I had a very interesting question from a client today. We had spent the entire session working on deep-seated trigger points in the mid-scapular region, levator scapula, upper traps, scapula, and cervical regions. His work requires him to hike into remote areas with a heavy backpack doing biological research, so his entire upper back and shoulders are problematic areas. Towards the end of the session he asked, “Are the muscles relaxing because the muscles are controlling it or is it the mind?”
Very perceptive question, right? The simplified answer is that it’s a little bit of both.
Sure, there are biomechanical processes involved in creating and releasing “tight muscles” and trigger points that our work must affect if we’re going to see positive results. However, no one really has any conscious control over those processes.
But the mind? It’s the ultimate tool that everyone can use. If your client decides (either consciously or unconsciously) that they want to resist your work, there’s no way you’re going to affect change. Once they’re able to consciously harness the power of their mind, despite the fact that it may be more than a little uncomfortable for them, you become a team working for the same goal. Then the effects are amazing! And it’s part of your job to lead them through that process.
I’ve worked on literally tens of thousands of bodies and through it all have discovered that the breath is the direct connection between the mind and the muscles. The best way to help clients work with you – and not against you – is to teach him/her to breathe with intention…to breathe into the pressure (and into the pain) and to release and “unclench” with the exhale.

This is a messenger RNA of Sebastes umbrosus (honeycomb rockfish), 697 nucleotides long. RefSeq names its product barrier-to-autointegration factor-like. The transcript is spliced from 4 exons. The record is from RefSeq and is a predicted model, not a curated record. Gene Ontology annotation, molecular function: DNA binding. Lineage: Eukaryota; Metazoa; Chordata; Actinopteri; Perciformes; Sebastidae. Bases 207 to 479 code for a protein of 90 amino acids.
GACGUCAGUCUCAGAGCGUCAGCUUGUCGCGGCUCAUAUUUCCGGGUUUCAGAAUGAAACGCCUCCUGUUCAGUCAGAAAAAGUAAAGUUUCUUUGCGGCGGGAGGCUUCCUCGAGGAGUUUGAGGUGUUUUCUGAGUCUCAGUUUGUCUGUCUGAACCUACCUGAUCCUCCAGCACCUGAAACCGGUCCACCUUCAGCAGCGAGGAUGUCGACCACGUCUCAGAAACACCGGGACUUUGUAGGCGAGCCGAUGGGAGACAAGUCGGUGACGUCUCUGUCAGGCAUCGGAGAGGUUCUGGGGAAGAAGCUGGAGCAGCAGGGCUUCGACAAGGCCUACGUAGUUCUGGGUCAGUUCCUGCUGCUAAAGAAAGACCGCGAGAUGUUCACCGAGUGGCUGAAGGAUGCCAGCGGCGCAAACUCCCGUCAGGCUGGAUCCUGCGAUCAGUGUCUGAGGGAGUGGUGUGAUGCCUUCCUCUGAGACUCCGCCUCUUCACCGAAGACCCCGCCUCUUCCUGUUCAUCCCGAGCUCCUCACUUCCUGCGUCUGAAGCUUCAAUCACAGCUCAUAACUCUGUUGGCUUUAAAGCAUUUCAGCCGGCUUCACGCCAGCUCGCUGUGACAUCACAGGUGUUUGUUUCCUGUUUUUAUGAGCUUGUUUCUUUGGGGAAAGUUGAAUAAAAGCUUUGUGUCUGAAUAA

Holding the breath is just the body’s instinctive way of reacting to pain, but it inhibits the process of deactivating trigger points and allowing contracted muscles to lengthen (you could also teach clients that the same goes for stretching – breathing into a stretch yields improves results with each exhale).
And it’s not just the clients’ breathing that’s important to the process – it’s up to the bodyworker to be aware of their own breathing, too. Every now and then check in with yourself and notice when you’re holding tension in your own body, especially when you work on more resistant areas. We have to breathe while we work…not only to release the tension but also to disperse the energy that results from holding that tension.
When you’re able to help clients help you – and they become an active participant in their healing – not only will you get better results, but, just as importantly, you’ll get a client for life; and that’s how you build a strong practice.
I use (and teach) a technique that is rooted in ancient Hawaii called Ha breathing. At Hawaii Bodyworkers Retreat you’ll learn all about the Ha – the breath of life – and Ha breathing as we focus on Integrated Modalities Technique, a pain management system that combines Western, Eastern, and Energetic modalities.